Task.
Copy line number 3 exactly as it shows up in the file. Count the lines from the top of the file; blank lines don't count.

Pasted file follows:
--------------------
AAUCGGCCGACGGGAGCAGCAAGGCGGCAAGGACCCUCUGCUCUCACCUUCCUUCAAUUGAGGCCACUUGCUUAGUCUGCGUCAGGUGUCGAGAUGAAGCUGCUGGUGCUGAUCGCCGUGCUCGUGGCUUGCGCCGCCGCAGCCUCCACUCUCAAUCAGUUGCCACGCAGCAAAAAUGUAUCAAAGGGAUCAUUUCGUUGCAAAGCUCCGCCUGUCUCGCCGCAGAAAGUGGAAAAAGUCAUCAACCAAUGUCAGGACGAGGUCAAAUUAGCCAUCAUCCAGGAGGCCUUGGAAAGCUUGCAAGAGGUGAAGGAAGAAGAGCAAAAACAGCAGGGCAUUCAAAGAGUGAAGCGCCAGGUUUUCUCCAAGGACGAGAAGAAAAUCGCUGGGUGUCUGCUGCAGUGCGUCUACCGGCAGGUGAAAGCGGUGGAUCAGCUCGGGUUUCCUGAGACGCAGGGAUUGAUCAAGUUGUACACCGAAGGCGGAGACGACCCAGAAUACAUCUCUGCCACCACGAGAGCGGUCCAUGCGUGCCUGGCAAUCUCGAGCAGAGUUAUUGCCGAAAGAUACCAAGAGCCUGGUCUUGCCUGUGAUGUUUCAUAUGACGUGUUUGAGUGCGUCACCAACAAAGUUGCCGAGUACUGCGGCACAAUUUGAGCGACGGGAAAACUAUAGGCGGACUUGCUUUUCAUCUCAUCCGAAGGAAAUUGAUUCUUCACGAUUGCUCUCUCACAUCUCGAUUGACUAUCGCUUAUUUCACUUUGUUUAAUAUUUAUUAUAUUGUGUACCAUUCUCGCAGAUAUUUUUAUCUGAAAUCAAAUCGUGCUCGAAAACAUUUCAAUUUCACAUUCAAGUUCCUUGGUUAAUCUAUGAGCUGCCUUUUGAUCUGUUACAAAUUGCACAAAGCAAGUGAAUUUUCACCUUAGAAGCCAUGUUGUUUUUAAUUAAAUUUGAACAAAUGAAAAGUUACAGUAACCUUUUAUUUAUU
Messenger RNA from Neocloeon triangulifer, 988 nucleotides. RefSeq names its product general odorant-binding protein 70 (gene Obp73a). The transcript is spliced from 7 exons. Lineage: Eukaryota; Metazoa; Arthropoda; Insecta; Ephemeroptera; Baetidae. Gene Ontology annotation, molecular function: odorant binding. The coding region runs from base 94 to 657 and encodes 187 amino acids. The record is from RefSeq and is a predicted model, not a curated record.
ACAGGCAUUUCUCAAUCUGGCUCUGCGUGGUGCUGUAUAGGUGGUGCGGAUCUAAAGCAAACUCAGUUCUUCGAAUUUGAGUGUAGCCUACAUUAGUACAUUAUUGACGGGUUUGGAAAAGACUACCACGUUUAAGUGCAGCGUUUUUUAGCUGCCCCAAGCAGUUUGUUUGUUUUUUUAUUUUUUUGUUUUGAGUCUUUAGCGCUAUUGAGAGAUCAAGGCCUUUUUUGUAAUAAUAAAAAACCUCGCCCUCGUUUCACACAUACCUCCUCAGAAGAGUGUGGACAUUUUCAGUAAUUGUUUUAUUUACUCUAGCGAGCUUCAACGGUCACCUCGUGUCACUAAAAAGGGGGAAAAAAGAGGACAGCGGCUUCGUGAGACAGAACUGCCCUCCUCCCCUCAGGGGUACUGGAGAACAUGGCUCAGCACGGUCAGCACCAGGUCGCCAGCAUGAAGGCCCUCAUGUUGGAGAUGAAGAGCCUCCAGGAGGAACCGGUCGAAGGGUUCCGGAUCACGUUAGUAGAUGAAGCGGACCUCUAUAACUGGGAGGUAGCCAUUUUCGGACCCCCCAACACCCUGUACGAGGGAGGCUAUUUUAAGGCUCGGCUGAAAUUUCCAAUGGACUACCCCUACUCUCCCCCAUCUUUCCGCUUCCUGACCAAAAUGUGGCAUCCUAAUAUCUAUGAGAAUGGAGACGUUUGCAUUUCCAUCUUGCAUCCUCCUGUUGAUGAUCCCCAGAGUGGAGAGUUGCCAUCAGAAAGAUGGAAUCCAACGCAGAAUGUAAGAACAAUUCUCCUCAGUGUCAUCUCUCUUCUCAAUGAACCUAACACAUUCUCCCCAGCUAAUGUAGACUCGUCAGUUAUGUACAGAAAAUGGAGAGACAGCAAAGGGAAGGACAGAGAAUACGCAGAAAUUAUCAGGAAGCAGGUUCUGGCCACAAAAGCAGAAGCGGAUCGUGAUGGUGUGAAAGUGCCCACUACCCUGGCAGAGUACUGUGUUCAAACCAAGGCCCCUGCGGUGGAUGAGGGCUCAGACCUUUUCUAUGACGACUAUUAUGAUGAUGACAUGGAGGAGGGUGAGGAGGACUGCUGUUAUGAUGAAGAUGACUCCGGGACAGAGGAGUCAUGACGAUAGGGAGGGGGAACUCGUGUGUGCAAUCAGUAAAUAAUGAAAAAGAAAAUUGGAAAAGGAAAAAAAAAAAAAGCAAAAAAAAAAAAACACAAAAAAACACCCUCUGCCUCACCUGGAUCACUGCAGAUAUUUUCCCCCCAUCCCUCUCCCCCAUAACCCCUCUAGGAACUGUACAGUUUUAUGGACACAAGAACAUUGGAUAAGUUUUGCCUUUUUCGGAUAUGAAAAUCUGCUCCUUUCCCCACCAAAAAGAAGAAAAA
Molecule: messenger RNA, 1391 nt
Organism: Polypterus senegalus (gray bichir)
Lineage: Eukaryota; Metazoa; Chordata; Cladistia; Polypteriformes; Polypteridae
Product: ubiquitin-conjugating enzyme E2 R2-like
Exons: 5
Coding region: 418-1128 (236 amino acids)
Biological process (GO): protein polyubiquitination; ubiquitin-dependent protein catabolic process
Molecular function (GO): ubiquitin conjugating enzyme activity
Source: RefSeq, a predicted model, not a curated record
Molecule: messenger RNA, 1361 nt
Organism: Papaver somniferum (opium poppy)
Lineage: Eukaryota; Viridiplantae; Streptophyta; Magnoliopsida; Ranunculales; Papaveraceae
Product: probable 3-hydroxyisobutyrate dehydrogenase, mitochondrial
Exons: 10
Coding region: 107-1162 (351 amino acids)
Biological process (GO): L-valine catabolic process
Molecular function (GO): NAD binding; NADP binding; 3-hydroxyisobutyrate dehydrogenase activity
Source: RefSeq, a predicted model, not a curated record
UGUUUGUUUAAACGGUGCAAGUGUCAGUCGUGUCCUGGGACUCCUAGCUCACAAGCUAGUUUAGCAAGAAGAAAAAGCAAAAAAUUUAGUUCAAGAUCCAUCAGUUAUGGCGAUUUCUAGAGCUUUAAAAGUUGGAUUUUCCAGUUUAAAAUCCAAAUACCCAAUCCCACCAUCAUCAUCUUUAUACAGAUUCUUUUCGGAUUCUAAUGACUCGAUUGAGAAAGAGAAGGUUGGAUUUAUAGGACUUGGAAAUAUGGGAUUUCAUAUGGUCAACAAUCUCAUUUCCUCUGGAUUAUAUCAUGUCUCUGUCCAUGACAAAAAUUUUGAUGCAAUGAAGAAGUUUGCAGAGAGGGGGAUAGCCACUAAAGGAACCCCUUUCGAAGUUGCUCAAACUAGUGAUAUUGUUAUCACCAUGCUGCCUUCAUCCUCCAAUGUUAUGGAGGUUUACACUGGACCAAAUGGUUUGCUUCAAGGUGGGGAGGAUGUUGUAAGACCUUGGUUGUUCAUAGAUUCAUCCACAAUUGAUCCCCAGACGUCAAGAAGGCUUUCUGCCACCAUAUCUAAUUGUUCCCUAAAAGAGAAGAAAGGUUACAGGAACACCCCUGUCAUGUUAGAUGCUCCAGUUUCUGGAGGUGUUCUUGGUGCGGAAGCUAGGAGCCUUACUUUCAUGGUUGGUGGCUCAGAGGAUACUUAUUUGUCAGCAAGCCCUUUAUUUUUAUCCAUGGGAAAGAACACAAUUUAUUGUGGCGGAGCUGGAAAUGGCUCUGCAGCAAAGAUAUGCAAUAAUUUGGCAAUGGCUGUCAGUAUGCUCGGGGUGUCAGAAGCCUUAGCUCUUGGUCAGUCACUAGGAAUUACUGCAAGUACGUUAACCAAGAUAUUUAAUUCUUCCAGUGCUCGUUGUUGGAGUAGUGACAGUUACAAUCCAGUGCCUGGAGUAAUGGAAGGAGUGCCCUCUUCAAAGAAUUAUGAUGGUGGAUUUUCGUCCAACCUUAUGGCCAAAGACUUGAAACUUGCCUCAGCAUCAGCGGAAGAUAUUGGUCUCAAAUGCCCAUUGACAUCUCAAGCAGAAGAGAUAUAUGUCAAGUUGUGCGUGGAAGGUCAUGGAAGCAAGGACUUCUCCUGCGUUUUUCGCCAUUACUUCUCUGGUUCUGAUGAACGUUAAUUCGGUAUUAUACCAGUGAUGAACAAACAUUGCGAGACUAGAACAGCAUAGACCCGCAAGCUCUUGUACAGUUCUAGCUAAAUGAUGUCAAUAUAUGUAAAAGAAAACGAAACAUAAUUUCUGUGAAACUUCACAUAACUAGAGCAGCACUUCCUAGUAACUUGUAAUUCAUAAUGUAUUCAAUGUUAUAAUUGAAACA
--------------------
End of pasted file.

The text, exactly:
ACAGGCAUUUCUCAAUCUGGCUCUGCGUGGUGCUGUAUAGGUGGUGCGGAUCUAAAGCAAACUCAGUUCUUCGAAUUUGAGUGUAGCCUACAUUAGUACAUUAUUGACGGGUUUGGAAAAGACUACCACGUUUAAGUGCAGCGUUUUUUAGCUGCCCCAAGCAGUUUGUUUGUUUUUUUAUUUUUUUGUUUUGAGUCUUUAGCGCUAUUGAGAGAUCAAGGCCUUUUUUGUAAUAAUAAAAAACCUCGCCCUCGUUUCACACAUACCUCCUCAGAAGAGUGUGGACAUUUUCAGUAAUUGUUUUAUUUACUCUAGCGAGCUUCAACGGUCACCUCGUGUCACUAAAAAGGGGGAAAAAAGAGGACAGCGGCUUCGUGAGACAGAACUGCCCUCCUCCCCUCAGGGGUACUGGAGAACAUGGCUCAGCACGGUCAGCACCAGGUCGCCAGCAUGAAGGCCCUCAUGUUGGAGAUGAAGAGCCUCCAGGAGGAACCGGUCGAAGGGUUCCGGAUCACGUUAGUAGAUGAAGCGGACCUCUAUAACUGGGAGGUAGCCAUUUUCGGACCCCCCAACACCCUGUACGAGGGAGGCUAUUUUAAGGCUCGGCUGAAAUUUCCAAUGGACUACCCCUACUCUCCCCCAUCUUUCCGCUUCCUGACCAAAAUGUGGCAUCCUAAUAUCUAUGAGAAUGGAGACGUUUGCAUUUCCAUCUUGCAUCCUCCUGUUGAUGAUCCCCAGAGUGGAGAGUUGCCAUCAGAAAGAUGGAAUCCAACGCAGAAUGUAAGAACAAUUCUCCUCAGUGUCAUCUCUCUUCUCAAUGAACCUAACACAUUCUCCCCAGCUAAUGUAGACUCGUCAGUUAUGUACAGAAAAUGGAGAGACAGCAAAGGGAAGGACAGAGAAUACGCAGAAAUUAUCAGGAAGCAGGUUCUGGCCACAAAAGCAGAAGCGGAUCGUGAUGGUGUGAAAGUGCCCACUACCCUGGCAGAGUACUGUGUUCAAACCAAGGCCCCUGCGGUGGAUGAGGGCUCAGACCUUUUCUAUGACGACUAUUAUGAUGAUGACAUGGAGGAGGGUGAGGAGGACUGCUGUUAUGAUGAAGAUGACUCCGGGACAGAGGAGUCAUGACGAUAGGGAGGGGGAACUCGUGUGUGCAAUCAGUAAAUAAUGAAAAAGAAAAUUGGAAAAGGAAAAAAAAAAAAAGCAAAAAAAAAAAAACACAAAAAAACACCCUCUGCCUCACCUGGAUCACUGCAGAUAUUUUCCCCCCAUCCCUCUCCCCCAUAACCCCUCUAGGAACUGUACAGUUUUAUGGACACAAGAACAUUGGAUAAGUUUUGCCUUUUUCGGAUAUGAAAAUCUGCUCCUUUCCCCACCAAAAAGAAGAAAAA